Beak design absorbs high-energy impacts: toco toucan
Toucan beaks are built lightweight and strong thanks to a rigid foamy inside and layers of fibrous keratin tile outside.
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"The toucan beak, which comprises one third of the length of the bird and yet only about 1/20th of its mass, has outstanding stiffness. The structure of a Toco toucan (Ramphastos toco) beak was found to be a sandwich composite with an exterior of keratin and a fibrous network of closed cells made of calcium-rich proteins. The keratin layer is comprised of superposed hexagonal scales (50 µm diameter and 1 µm thickness) glued together. Its tensile strength is about 50 MPa and Young’s modulus is 1.4 GPa. Micro and nanoindentation hardness measurements corroborate these values. The keratin shell exhibits a strain-rate sensitivity with a transition from slippage of the scales due to release of the organic glue, at a low strain rate (5 · 10-5/s) to fracture of the scales at a higher strain rate (1.5 · 10-3/s). The closed-cell foam is comprised of fibers having a Young’s modulus twice as high as the keratin shells due to their higher calcium content. The compressive response of the foam was modeled by the Gibson–Ashby constitutive equations for open and closed-cell foam. There is a synergistic effect between foam and shell evidenced by experiments and analysis establishing the separate responses of shell, foam, and foam + shell. The stability analysis developed by Karam and Gibson, assuming an idealized circular cross section, was applied to the beak. It shows that the foam stabilizes the deformation of the beak by providing an elastic foundation which increases its Brazier and buckling load under flexure loading." (Seki et al. 2005:5281)
Ramphastos toco Statius Muller, 1776
IUCN Red List Status: Least Concern
Habitat(s): Forest, Grassland
Natural History Information:
SOURCE AND ADDITIONAL INFORMATION FOR NATURAL HISTORY INFORMATION
Animal Diversity Web
Lorri R. Marek
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occupies the canopy layer of the tropical rainforest. It avoids dense rainforests,preferring more open habitats, such as woodlands, river forests, plantations, and palm grooves. It is commonly observed near human dwellings and it is abundant throughout its range.
is the largest member of its family, which comprises 37 species. It is 25 inches long. The appearance of is very colorful. Males and females are alike in color and there is no sexual dimorphism (Hanzak and Formanek, 1977). The most outstanding feature of this species of bird is its bill, which is enormous and brightly colored. The bill may be up to 71/2 inches long and is constructed of a honeycomb of bony material. The huge golden-yellow bill looks heavy, but it actually weighs little because it contains many air pockets. The tongue of is long, narrow, and singularly frayed on each side. This narrow tongue resembles a feather. Each eye is surrounded by an area of bare skin that is usually a brightly-colored orange. The plumage is black except for the white throat. The legs are strong and rather short with large scales. The claws are used for grasping branches. To enable it to grasp the branch, the toucan has two toes point forward and two backward. The tail tends to be long and nearly square. No geographic variation has been reported (Whitfield, 1998).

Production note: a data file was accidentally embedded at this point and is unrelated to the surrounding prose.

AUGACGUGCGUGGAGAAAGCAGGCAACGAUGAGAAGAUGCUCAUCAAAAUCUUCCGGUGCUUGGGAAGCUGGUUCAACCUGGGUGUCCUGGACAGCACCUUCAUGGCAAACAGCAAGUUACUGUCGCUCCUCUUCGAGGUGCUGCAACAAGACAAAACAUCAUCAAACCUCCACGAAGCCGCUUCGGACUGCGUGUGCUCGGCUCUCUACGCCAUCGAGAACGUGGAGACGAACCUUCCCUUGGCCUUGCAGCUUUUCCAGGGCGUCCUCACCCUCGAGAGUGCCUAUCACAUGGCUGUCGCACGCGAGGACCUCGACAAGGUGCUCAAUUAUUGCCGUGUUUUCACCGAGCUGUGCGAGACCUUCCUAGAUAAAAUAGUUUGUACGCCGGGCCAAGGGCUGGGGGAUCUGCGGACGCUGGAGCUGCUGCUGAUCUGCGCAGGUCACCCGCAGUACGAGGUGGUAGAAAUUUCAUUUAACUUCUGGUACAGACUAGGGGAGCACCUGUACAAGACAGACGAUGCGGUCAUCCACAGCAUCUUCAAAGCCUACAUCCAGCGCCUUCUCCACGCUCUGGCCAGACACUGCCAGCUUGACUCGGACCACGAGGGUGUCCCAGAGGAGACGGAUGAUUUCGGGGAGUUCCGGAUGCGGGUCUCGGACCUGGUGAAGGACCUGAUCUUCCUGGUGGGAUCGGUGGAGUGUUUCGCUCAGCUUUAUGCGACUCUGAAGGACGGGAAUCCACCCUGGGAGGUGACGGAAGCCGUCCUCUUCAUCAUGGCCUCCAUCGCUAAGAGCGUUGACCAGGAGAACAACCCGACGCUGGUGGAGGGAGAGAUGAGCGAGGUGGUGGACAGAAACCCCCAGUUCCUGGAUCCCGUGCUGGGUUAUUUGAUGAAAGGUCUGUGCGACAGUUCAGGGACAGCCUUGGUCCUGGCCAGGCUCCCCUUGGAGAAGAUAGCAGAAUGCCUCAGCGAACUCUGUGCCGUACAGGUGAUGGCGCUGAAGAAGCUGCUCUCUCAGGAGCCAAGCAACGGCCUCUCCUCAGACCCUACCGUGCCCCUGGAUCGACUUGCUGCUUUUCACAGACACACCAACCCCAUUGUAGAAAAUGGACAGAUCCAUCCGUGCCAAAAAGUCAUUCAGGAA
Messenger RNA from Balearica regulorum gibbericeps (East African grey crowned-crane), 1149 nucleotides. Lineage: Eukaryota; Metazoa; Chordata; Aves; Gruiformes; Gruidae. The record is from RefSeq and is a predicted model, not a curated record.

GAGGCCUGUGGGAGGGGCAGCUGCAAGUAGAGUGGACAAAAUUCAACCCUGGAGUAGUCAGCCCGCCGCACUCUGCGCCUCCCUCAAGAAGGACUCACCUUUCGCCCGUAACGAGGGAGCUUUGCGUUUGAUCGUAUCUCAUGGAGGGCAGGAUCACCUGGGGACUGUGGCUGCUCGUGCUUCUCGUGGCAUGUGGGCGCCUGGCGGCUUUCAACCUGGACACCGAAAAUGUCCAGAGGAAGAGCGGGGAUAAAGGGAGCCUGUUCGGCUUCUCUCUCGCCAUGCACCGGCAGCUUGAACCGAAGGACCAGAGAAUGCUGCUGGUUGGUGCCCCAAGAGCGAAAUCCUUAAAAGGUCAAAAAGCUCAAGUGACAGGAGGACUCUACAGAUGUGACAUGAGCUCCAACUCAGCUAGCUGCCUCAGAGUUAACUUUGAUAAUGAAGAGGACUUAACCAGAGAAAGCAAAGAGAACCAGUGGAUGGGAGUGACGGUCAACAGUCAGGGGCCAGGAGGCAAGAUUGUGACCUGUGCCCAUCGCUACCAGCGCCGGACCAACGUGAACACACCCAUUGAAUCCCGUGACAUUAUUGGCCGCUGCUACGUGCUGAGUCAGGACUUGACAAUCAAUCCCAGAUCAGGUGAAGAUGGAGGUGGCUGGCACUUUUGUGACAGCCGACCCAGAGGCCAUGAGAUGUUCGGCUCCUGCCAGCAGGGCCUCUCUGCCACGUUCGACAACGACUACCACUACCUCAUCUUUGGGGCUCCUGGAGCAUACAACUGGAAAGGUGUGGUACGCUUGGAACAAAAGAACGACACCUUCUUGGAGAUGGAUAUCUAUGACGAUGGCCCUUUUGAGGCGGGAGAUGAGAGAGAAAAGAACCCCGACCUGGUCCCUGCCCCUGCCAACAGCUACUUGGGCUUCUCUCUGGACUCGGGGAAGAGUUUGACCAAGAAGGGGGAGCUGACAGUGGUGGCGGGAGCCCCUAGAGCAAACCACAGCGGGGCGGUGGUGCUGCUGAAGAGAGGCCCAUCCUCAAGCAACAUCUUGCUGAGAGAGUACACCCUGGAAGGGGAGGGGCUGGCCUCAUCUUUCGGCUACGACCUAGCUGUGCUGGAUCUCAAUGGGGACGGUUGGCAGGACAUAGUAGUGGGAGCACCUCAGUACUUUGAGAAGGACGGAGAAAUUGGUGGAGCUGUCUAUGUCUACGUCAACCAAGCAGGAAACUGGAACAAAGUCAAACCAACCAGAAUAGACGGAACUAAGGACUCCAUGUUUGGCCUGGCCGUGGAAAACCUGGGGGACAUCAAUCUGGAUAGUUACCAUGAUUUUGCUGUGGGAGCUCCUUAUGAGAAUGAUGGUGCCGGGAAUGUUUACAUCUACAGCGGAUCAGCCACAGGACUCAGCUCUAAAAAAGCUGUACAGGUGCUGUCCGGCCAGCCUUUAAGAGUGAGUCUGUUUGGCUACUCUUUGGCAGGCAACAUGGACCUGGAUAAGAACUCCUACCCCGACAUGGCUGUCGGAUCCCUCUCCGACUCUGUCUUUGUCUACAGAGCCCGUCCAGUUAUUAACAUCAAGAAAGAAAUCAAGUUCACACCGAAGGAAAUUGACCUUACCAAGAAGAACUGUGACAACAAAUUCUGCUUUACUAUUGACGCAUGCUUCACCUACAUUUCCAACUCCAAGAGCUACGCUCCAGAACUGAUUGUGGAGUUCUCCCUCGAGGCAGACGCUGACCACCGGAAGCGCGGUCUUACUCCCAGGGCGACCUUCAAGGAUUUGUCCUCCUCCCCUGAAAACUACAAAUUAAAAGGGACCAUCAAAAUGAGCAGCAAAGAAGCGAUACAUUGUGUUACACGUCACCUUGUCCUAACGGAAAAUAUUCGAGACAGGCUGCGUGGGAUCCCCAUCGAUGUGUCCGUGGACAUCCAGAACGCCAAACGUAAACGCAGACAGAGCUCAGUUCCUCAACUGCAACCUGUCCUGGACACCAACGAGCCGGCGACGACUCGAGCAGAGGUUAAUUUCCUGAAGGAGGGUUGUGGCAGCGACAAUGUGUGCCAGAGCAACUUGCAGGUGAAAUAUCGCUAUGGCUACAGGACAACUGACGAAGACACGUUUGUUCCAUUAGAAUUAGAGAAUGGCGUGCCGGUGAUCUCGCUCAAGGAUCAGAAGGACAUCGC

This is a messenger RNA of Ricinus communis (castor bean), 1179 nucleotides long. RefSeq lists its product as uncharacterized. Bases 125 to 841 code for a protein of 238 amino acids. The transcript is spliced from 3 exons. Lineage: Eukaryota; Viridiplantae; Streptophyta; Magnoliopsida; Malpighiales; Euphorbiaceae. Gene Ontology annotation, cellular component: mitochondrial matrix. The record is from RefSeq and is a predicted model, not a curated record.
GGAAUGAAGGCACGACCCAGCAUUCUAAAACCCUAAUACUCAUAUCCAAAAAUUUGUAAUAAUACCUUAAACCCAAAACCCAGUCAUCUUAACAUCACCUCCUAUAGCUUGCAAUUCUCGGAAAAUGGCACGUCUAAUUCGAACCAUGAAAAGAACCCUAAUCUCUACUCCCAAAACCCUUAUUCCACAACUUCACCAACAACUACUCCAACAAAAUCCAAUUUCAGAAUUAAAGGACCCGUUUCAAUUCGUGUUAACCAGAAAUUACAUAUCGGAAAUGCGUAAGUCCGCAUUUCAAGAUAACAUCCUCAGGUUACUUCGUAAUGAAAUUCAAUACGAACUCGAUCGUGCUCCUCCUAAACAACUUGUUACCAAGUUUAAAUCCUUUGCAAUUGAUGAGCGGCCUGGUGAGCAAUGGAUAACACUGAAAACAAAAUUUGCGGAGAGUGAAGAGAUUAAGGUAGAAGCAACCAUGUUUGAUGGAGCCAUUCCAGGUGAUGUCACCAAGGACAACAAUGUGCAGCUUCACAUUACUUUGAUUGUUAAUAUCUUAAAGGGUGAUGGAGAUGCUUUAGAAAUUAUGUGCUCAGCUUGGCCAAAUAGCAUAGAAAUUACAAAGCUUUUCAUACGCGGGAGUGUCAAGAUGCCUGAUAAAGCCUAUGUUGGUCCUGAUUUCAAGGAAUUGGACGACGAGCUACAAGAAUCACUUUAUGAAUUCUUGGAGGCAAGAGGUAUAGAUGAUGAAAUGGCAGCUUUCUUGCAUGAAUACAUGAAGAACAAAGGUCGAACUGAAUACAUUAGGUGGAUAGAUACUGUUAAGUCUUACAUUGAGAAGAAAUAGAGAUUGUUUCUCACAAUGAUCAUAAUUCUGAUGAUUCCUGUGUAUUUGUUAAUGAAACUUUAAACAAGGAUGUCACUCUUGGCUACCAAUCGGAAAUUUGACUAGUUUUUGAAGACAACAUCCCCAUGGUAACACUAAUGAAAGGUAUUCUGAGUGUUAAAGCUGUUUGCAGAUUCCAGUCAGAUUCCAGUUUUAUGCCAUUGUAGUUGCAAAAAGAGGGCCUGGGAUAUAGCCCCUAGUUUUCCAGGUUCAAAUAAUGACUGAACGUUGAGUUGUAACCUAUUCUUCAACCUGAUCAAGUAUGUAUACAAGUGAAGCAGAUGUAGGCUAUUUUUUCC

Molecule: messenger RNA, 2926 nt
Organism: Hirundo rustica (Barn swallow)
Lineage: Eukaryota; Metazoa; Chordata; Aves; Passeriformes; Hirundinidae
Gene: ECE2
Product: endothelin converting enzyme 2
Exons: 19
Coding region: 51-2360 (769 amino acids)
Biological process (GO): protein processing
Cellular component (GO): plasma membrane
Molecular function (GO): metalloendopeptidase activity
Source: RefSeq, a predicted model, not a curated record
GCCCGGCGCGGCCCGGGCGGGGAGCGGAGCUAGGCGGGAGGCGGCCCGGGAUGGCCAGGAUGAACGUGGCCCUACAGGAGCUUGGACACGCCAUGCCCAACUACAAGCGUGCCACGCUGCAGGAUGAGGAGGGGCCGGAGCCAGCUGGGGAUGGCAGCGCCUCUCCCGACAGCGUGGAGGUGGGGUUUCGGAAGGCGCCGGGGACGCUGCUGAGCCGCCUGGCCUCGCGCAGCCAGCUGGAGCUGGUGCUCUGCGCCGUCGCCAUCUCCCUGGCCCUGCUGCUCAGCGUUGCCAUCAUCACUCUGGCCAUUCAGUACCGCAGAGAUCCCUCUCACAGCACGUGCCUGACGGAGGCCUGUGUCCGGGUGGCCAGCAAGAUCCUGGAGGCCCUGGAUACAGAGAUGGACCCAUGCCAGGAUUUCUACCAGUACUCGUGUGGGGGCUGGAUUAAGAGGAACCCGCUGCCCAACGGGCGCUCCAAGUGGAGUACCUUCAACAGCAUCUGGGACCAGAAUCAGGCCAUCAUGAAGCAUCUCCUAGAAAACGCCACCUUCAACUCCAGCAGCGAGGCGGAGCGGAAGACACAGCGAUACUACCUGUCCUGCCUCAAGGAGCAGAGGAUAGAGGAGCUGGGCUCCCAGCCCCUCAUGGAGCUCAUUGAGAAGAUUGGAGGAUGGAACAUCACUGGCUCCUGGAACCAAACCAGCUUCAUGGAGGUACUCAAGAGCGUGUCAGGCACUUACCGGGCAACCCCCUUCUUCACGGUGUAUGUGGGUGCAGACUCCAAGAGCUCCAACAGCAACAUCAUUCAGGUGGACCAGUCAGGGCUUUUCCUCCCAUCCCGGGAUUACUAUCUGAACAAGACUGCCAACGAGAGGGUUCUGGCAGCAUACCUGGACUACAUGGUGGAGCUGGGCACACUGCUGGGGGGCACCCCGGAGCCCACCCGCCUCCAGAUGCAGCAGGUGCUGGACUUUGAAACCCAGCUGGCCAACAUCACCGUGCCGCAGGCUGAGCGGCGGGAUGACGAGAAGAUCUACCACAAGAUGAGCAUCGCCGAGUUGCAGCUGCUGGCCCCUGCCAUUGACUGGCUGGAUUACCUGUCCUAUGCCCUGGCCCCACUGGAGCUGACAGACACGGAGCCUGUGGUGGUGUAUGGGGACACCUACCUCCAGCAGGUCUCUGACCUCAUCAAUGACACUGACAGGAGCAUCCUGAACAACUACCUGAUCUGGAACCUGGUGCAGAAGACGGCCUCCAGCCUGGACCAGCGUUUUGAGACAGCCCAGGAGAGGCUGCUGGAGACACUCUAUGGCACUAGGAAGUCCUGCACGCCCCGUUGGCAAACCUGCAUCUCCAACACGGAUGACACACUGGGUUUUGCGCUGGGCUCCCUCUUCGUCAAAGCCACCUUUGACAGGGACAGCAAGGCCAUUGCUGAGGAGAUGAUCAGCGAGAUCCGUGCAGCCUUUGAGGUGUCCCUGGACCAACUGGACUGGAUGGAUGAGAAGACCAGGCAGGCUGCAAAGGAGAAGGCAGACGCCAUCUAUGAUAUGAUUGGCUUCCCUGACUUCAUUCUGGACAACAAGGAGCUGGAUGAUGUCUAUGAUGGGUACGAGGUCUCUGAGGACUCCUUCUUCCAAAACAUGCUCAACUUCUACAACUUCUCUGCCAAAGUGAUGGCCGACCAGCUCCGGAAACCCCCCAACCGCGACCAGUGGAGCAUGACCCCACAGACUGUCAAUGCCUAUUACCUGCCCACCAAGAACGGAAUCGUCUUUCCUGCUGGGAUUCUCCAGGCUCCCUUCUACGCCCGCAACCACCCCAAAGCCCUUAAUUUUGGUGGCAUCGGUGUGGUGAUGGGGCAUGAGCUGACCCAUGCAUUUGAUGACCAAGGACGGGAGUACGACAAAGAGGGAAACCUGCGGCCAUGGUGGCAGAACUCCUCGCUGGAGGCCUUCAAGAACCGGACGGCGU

is a very noisy member of the jungle society. The bird lives in small communities equivalent to several families. It actively travels in small noisy flocks of half a dozen birds. For only short distances, flies gracefully. The bird beats its wings several times and glides. It is more agile in the trees, where it can hop from one branch to another. As with other brightly-colored forest birds, can hardly be seen, especially when it sits quietly, because its broken patterns harmonize with its surroundings. Its vibrant splashes of color are regarded as a flower or fruit to the eye that notices it. Although the bird's coloring has significant concealing value, often makes its presence known by its noisy chatter. It has a loud monotonous call that can be heard a half mile away in the jungle (Austin, 1983). This bird is a very playful animal and enjoys a variety of games. One of the favorites is a form of beak wrestling. During the nuptial display, both partners play a game which consists of tossing fruit to each other. After their ritual berry tossing, the birds mate and the female lays her eggs in a nest. Both parents actively take part in caring for the offspring (Skutch, 1996). Although the specific functions of the bill are poorly understood, it may play an important part in the courtship display. As a defensive weapon, the bill serves more as a frightening instrument than as a fighting tool. The bill provides little protection against predators. To escape predation, hides in a hollow tree. Another interesting behavior of is the way in which it sleeps. When the bird sleeps, it turns its head so that its long bill rests on its back and the tail is folded over its head. The bird becomes a ball of feathers. Five or six adults may sleep in a single hole, folding their tails over their backs to save space in crowded quarters (Austin, 1983).
Some organism data provided by: ITIS: The Integrated Taxonomic Information System
Organism/taxonomy data provided by:
Species 2000 & ITIS Catalogue of Life: 2008 Annual Checklist
Application Ideas: The structure of the toucan's beak could serve as the inspiration for automotive panels that could protect passengers in crashes and could also be used for ultralight aircraft components.
Industrial Sector(s) interested in this strategy: Automotive, aircraft
Marc A. Meyers
Department of Mechanical and Aerospace Engineering, University of California San Diego